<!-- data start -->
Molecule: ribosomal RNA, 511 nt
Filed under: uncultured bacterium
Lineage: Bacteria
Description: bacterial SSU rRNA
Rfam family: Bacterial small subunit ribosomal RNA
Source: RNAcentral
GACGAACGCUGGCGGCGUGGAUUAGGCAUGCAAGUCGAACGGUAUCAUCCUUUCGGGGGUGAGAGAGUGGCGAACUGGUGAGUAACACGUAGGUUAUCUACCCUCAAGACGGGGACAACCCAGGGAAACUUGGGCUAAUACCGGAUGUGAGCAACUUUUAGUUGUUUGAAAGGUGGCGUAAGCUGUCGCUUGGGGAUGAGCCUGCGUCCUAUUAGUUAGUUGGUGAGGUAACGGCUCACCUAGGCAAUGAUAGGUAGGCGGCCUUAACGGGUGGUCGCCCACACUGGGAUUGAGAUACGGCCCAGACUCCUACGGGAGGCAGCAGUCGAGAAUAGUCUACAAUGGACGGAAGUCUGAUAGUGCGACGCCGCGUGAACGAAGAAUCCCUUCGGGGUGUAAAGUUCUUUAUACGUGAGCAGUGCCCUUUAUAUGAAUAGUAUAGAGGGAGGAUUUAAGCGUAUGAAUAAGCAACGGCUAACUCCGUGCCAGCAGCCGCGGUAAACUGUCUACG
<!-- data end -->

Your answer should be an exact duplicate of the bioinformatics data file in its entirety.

Molecule: ribosomal RNA, 511 nt
Filed under: uncultured bacterium
Lineage: Bacteria
Description: bacterial SSU rRNA
Rfam family: Bacterial small subunit ribosomal RNA
Source: RNAcentral
GACGAACGCUGGCGGCGUGGAUUAGGCAUGCAAGUCGAACGGUAUCAUCCUUUCGGGGGUGAGAGAGUGGCGAACUGGUGAGUAACACGUAGGUUAUCUACCCUCAAGACGGGGACAACCCAGGGAAACUUGGGCUAAUACCGGAUGUGAGCAACUUUUAGUUGUUUGAAAGGUGGCGUAAGCUGUCGCUUGGGGAUGAGCCUGCGUCCUAUUAGUUAGUUGGUGAGGUAACGGCUCACCUAGGCAAUGAUAGGUAGGCGGCCUUAACGGGUGGUCGCCCACACUGGGAUUGAGAUACGGCCCAGACUCCUACGGGAGGCAGCAGUCGAGAAUAGUCUACAAUGGACGGAAGUCUGAUAGUGCGACGCCGCGUGAACGAAGAAUCCCUUCGGGGUGUAAAGUUCUUUAUACGUGAGCAGUGCCCUUUAUAUGAAUAGUAUAGAGGGAGGAUUUAAGCGUAUGAAUAAGCAACGGCUAACUCCGUGCCAGCAGCCGCGGUAAACUGUCUACG